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Microscopic Examination of Wood: Sample Preparation and Techniques for Light Microscopy

  • Jacques C. Tardif
  • France Conciatori
Chapter

Abstract

The need to produce high-quality thin sections of wood material encompasses many fields of scientific investigations. We present here an overview of some of the techniques used to produce high-quality thin sections of woody stems. The detailed information provided in this chapter covers sample preparation including softening procedures, sectioning using a microtome as well as basic staining, dehydration, clearing, and mounting procedures. The procedures described do not require embedding of the stem material prior to sectioning. An update on new developments in wood anatomy of tree rings, as well as information on frequent problems and advice on how to solve them, is also provided. The methods presented can be used in both systematic and practical anatomical studies using reflected and transmitted light microscopy and where photomicrography or image analysis is needed.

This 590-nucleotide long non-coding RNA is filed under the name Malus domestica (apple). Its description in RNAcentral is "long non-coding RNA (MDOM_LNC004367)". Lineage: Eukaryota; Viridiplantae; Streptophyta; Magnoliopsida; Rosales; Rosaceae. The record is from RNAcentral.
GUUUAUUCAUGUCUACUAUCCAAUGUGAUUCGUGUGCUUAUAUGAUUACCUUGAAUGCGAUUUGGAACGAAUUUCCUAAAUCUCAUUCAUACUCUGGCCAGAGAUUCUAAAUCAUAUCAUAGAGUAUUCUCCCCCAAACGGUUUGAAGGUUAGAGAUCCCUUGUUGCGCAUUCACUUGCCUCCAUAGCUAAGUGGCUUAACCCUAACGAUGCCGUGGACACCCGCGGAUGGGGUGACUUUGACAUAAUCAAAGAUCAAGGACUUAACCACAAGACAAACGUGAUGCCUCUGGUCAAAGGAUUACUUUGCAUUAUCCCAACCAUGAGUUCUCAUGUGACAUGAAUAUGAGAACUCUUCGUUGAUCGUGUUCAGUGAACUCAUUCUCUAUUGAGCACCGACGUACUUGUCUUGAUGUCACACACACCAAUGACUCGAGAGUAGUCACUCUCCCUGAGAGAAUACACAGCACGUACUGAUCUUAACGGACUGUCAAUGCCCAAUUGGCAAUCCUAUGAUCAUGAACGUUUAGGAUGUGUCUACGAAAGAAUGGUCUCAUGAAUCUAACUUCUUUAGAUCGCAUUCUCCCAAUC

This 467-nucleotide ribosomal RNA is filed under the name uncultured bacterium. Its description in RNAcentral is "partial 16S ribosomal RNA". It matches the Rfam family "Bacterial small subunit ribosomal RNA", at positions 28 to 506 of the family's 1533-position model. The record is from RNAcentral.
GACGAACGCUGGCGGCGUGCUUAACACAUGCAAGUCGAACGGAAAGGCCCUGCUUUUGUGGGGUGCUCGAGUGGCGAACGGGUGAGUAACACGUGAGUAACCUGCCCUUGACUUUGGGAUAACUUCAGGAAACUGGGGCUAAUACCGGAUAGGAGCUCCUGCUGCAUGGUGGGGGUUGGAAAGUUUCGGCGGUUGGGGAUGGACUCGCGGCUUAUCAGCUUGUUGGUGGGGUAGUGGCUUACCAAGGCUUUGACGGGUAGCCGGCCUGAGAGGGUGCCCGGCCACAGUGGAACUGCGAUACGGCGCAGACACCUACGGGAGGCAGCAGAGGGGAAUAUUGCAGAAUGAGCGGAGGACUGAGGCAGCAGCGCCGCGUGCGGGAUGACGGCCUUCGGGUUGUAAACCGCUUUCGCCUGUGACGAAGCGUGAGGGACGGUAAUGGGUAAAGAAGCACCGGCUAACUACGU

Keywords

Microtome Growth ring Mounting Light microscopy Softening Staining Stem anatomy Thin section Wood anatomy 

Notes

Acknowledgments

We thank Dr. H. Gärtner for providing constructive comments on an earlier draft of this chapter. We are also thankful to the numerous undergraduate students who participated over the years in the dendrochronology course at the University of Winnipeg and also to both undergraduate and graduate students who participated in research or completed a thesis related to anatomical characteristics of tree rings. We thank Dr. F. Schweingruber for communicating his passion about wood/stem anatomy . We also thank the biology department technicians L. Buchanan and B. Van Dekerkhove for providing assistance and the librarians of the University of Winnipeg for tracking down rare books and journals, and securing them through inter-library loan.

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Copyright information

© Springer International Publishing Switzerland 2015

Authors and Affiliations

  1. 1.Centre for Forest Interdisciplinary Research (C-FIR), Departments of Biology/Environmental Studies and SciencesUniversity of WinnipegWinnipegCanada

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